PB&J or Pb in water at lunch today?


Madeline Powers, Reporter, Photographer

Contamination of lead in school water threatens children everyday with learning disabilities, a lower IQ, or hyperactivity. Countries should enforce annual testing of the water supply in schools and daycare facilities, especially since lead affects children on a much greater scale than adults.

The amount of lead in water comes from the chemistry of the water (acidity and alkalinity), the types and the extent of minerals in the water, the supply of lead the water comes into contact with, the temperature of the water, the amount of wear in the pipes, how long the water stays in pipes, and the existence of protective coatings inside the plumbing materials.

The maximum contaminant level goal for lead in drinking water, according to the Environmental Protection Agency (EPA), acts as zero because lead harms human health even at low exposure levels. Lead can build up in the body over time, leading to major health issues in adults and children, including behavior and learning disabilities, a lower IQ, hyperactivity, slowed growth, hearing problems, anemia, cardiovascular effects, increased blood pressure, decreased kidney function, and reproductive problems.

Young children suffer the most from lead poisoning because the physical and behavioral effects of lead appear at lower exposure levels in children compared to adults. Low levels of exposure in children correlate to damage on the central and peripheral nervous system, as well as behavior and learning problems, lower IQ, hyperactivity, slowed growth, hearing problems, and anemia. In rarer, more extreme cases, lead exposure can lead to seizures, coma, and death.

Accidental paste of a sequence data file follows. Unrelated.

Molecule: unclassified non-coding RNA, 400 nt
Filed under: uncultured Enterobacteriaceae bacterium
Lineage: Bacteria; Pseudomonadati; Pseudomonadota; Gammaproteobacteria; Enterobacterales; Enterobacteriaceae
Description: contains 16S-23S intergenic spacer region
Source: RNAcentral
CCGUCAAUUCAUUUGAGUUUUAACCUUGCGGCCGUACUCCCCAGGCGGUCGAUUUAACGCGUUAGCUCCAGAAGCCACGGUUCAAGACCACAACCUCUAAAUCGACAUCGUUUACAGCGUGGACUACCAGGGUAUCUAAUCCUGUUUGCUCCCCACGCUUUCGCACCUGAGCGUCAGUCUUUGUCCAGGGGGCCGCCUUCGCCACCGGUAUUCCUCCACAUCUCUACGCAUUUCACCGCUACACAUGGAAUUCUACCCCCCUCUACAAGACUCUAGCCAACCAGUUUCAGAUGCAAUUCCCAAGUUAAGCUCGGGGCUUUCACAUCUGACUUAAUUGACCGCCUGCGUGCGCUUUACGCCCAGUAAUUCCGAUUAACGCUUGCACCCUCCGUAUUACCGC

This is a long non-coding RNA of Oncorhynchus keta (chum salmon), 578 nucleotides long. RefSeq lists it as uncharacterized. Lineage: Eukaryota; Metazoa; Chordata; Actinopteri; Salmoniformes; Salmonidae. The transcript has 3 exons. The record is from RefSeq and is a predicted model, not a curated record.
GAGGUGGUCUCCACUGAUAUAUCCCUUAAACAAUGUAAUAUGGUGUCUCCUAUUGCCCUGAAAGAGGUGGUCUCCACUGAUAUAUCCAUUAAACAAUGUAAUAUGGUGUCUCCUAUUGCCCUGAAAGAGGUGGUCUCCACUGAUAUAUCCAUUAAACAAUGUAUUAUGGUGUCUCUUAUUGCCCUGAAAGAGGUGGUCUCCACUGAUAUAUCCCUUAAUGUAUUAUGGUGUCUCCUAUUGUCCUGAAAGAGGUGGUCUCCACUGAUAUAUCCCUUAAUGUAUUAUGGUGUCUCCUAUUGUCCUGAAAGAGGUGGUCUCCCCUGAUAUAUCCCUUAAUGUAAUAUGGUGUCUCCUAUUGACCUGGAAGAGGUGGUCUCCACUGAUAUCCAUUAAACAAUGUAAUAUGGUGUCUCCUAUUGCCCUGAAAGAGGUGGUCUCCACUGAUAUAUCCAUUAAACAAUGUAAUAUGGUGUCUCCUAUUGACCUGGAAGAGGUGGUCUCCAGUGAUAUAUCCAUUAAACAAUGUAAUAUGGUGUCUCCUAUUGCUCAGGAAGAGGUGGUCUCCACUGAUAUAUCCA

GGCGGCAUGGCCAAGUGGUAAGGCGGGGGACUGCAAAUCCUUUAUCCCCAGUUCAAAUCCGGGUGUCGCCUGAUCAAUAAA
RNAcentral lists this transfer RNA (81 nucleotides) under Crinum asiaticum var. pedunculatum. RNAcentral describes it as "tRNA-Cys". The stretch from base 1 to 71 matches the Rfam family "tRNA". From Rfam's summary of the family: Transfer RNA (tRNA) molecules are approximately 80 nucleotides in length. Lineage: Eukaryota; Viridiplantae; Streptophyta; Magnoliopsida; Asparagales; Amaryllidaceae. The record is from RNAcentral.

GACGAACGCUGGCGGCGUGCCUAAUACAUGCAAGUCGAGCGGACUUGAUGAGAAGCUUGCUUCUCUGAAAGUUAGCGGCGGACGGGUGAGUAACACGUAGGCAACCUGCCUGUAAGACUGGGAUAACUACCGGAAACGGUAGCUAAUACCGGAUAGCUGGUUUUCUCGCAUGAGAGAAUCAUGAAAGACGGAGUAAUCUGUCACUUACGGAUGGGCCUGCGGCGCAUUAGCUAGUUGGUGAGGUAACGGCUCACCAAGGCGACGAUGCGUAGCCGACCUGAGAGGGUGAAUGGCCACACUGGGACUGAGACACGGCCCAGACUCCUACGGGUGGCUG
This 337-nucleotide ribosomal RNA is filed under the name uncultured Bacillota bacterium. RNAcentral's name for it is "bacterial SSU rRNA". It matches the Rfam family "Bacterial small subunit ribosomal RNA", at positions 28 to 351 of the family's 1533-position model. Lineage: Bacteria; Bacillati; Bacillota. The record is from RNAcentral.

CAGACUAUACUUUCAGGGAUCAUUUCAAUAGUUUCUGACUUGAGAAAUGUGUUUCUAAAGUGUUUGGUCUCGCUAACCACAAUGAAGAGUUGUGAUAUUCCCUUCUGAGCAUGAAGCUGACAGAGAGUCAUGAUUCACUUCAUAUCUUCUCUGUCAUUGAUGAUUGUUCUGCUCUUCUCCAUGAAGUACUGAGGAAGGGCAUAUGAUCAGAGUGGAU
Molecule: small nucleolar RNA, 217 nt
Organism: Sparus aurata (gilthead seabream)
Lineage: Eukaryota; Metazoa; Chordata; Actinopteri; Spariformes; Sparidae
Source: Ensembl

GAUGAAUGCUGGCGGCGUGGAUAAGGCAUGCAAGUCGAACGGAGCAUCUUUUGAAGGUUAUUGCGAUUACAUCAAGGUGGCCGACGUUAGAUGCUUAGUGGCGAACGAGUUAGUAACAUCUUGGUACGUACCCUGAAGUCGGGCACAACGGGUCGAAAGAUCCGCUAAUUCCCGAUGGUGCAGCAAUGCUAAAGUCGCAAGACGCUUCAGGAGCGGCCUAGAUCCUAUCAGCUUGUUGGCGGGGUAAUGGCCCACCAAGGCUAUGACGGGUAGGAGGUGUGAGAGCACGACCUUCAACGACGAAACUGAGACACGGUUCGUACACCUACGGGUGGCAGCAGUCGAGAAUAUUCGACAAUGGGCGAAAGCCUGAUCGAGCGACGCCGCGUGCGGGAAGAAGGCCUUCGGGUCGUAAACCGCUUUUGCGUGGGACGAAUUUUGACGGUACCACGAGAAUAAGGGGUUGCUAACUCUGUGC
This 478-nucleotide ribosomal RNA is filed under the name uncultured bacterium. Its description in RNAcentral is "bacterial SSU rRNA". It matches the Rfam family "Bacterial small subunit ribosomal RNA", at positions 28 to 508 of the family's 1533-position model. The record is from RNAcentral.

Twenty-five of the sixty schools for which results are available had one or more water sources with elevated lead levels,” Atlanta Public Schools Superintendent, Meria Carstarphen said.

The lead levels at the schools did not show up in Carstarphen’s statement, but according to the Atlanta Journal-Constitution, the Georgia Open Records Act showed levels as high as 15 times the federal limit, 1 part per billion.

Currently, no federal or Georgia law requires water in schools or daycare centers to test for lead. This alarming realization poses as an incredibly dangerous act for the countless number of students that attend school and fill up a water bottle at the water fountain every day, or even take a sip from the water fountain. Schools and daycares should seek clean water for their students’ health. Students come to school to learn and grow their brain, only to diminish it because of something as simple as water. What a shame.

“Lead’s a dangerous thing, and most low-concentration action is on the brain and on learning and memory, and that’s not something you want to have kids exposed to,” Director of the Institute for Health and the Environment at the University at Albany Dr. David Carpenter said

Enforcing monthly water checks in Georgia schools and daycares will help deflate the possibilities of brain disruption in students, therefore providing a healthier and safer environment in schools.